From my handy Statcounter:

Cox Communications (70.184.193.254)   0 returning visits
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18 Apr 14:10:55

 

For those of you not familiar with Cyveillance, they monitor websites; more details below from Wikipedia. They were a big visitor to Illness and Insurance Hell all during 2009 when President Obama was trying to pass health care reform.

From Wikipedia:
Cyveillance

Cyveillance, founded in 1997, is a private Internet-monitoring company based in Arlington, Virginia and provides an intelligence-led approach to security. The company’s subscription-based product, the Cyveillance Intelligence Center, is a hosted solution. Companies hire Cyveillance to monitor for Internet risks such as: Information leaks; Phishing and malware attacks and other online fraud schemes; Sale of stolen credit and debit card numbers; Threats to executives and events; Counterfeiting; and Trademark and brand abuse.
Cyveillance was bought in May 2009 by the UK firm QinetiQ, for an initial cash consideration of $40 million.[1] Cyveillance’s clients include the pharmaceutical industry and entities within the entertainment industry, particularly music and movie concerns, specifically, the RIAA and MPAA. Cyveillance runs scans which attempt to gain unauthorized access to P2P networks, Web servers, IRC servers, FTP servers, and mail servers, searching for mp3 audio files and movie titles. After running the scan, the site scanned is archived, and the information sold to the RIAA and/or MPAA.[citation needed]

And more about Cyveillance directly from their website here.

Your Money Lost; MetLife’s Long-Term Disability Scam in MetLife v Glenn

We write a lot here about group long term disability policies and what bogus products they are. So much so, it is financially unsound to trust these policies to take care of you should you become injured, sick or disabled.

A particularly egregious example of just how worthless group policies are is seen in a case that made it to the Supreme Court (please note how the dissents fall in strict Citizen’s United lines) in Metropolitan Life Insurance Company v Glenn where MetLife was both the insurer and administrator of the group plan that insured Ms. Glenn–a huge conflict of interest. It’s like having the fox watch the hen house.

The plan grants MetLife (as administrator) discretionary authority to determine whether an employee’s claim for benefits is valid; it simultaneously provides that MetLife (as insurer) will itself pay valid benefit claims. App. 181a–182a.

MetLife sought Supreme Court review because of an earlier decision that forced MetLife to pay Ms. Glenn her benefits. MetLife spent a lot of money on this because of the precedent it set: An insurance company had to make good on a long-term disability claim and pay benefits to a person who became too disabled to work full time.

Ms. Glenn was a Sears employee who was diagnosed with severe dilated cardiomyopathy. She had dutifully paid her premiums and now she needed to use her benefits since she was too sick to work due to heart failure.

Respondent Wanda Glenn, a Sears employee, was diagnosed with severe dilated cardiomyopathy, a heart condition whose symptoms include fatigue and shortness of breath. She applied for plan disability benefits in June 2000, and MetLife concluded that she met the plan’s standard for an initial 24 months of benefits, namely, that she could not “perform the material duties of [her] own job.” Id., at 159a–160a. MetLife also directed Glenn to a law firm that would assist her in applying for federal Social Security disability benefits (some of which MetLife itself would be entitled to receive as an offset to the more generous plan benefits).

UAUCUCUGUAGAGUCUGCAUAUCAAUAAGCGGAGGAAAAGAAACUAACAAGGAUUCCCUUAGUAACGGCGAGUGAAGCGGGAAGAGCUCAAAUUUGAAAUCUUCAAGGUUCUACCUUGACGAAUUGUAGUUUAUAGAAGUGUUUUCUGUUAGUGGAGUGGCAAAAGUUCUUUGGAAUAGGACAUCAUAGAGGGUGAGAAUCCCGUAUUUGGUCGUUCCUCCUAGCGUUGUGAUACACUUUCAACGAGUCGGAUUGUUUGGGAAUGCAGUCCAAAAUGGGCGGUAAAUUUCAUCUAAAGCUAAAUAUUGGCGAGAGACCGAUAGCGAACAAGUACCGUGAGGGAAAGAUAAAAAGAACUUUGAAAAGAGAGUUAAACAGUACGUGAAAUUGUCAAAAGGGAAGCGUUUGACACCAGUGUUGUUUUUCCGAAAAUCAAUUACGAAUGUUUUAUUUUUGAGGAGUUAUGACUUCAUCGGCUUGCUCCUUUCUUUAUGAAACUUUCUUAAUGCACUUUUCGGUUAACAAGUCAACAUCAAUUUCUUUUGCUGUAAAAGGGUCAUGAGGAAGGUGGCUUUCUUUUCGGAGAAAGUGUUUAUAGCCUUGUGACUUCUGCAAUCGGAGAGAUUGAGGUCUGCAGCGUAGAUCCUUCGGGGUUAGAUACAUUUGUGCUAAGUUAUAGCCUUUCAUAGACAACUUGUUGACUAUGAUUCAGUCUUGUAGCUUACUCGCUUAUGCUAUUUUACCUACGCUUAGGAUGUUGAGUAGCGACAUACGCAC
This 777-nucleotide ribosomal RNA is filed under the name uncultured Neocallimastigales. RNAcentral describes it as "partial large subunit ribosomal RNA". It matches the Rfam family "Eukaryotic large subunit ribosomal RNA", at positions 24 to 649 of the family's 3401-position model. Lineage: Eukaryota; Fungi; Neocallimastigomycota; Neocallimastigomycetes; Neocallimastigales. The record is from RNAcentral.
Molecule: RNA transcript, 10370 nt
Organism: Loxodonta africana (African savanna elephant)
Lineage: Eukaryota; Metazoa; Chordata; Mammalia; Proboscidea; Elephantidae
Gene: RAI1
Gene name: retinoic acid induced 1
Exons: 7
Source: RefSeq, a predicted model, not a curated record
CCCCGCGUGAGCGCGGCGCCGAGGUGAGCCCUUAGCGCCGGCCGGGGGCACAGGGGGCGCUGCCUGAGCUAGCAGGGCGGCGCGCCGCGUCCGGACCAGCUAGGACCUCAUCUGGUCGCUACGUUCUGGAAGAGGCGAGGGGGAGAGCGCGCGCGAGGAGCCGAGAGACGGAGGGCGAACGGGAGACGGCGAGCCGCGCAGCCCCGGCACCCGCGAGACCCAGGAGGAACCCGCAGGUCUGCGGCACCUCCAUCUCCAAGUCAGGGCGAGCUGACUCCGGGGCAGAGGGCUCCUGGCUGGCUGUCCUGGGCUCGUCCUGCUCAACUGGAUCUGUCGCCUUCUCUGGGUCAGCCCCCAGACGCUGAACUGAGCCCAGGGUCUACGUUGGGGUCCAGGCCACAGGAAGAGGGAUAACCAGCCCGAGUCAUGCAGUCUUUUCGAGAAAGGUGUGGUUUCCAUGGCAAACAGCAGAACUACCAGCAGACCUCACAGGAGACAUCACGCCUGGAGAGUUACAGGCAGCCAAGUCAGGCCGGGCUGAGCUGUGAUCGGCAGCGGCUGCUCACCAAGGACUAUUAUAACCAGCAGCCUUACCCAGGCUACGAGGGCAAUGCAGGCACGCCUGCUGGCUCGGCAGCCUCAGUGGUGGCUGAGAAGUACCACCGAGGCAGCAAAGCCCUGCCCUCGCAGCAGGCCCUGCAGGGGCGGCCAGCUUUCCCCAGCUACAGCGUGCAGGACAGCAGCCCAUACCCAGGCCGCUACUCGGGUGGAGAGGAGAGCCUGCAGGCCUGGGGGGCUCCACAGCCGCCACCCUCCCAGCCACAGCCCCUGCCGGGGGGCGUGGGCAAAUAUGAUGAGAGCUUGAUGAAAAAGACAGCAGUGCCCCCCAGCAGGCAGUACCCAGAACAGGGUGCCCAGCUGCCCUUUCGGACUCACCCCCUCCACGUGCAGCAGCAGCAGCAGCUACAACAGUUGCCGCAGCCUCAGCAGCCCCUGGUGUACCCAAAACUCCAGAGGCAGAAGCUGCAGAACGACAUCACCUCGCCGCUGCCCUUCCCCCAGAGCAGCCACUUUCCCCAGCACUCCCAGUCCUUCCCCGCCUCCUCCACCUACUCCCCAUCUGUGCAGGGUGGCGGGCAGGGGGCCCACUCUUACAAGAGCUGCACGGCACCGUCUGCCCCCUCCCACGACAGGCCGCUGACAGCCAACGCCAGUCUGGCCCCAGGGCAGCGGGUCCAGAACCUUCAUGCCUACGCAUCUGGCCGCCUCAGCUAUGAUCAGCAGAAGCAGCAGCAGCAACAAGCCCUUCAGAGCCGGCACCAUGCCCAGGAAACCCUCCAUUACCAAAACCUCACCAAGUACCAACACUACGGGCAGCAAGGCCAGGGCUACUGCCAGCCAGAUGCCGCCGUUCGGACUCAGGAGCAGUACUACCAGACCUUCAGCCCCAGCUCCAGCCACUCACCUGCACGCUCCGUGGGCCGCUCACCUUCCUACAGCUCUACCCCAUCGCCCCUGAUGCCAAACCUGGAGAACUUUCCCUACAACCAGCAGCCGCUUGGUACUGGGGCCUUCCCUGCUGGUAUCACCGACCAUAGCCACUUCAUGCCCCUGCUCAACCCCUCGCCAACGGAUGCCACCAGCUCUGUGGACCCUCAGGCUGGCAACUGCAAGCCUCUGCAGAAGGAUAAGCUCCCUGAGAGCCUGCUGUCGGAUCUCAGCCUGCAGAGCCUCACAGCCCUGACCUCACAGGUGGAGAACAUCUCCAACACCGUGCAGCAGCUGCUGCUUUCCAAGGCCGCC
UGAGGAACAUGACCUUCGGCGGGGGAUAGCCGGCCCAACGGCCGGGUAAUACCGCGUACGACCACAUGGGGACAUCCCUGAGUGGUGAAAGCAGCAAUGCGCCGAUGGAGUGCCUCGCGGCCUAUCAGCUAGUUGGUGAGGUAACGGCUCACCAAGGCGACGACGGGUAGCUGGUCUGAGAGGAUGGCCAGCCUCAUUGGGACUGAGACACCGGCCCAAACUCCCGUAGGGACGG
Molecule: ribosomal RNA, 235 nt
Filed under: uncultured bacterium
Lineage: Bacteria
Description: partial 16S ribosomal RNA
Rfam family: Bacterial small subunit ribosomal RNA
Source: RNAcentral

MetLife directed Ms. Glenn to a law firm to make sure she got Social Security so they could off-set her benefits. CIGNA and all the other insurers do the same. See my earlier blog postings at Illness and Insurance Hell. Just follow the money.

MetLife received the bulk of those retroactive benefits due to offsets written into the language of the policies themselves. These group disability policies are, in essence, bogus products; don’t waste your money.

The Social Security Administration consequently granted Glenn permanent disability payments retroactive to April 2000. Glenn herself kept none of the backdated benefits: three-quarters went to MetLife, and the rest (plus some additional money) went to the lawyers.

After the first two years of Ms. Glenn’s policy, MetLife decided to reverse themselves:

To continue receiving Sears plan disability benefits after 24 months, Glenn had to meet a stricter, Social-Security-type standard, namely, that her medical condition rendered her incapable of performing not only her own job but of performing “the material duties of any gainful occupation for which” she was “reasonably qualified.” App. 160a. MetLife denied Glenn this extended benefit because it found that she was “capable of performing full time sedentary work.” Id., at 31a.

On one hand, MetLife forced Ms. Glenn to apply for Social Security benefits, sent her to a law firm to help receive them and took taxpayer dollars to offset the plan she paid premiums for BUT when it came time to continue paying those benefits after the first two years, MetLife “itself had to determine whether she could work, in order to establish eligibility for extended plan benefits, it found her capable of doing sedentary work and denied her the benefits.”

This was what the Social Security agency said as well, but with help from the law firm they sent Ms. Glenn to, MetLife pushed, and received, tax payer dollars in the form of Social Security dollars. They burden the Social Security system.

The Supreme Court found this questionable as well and said so: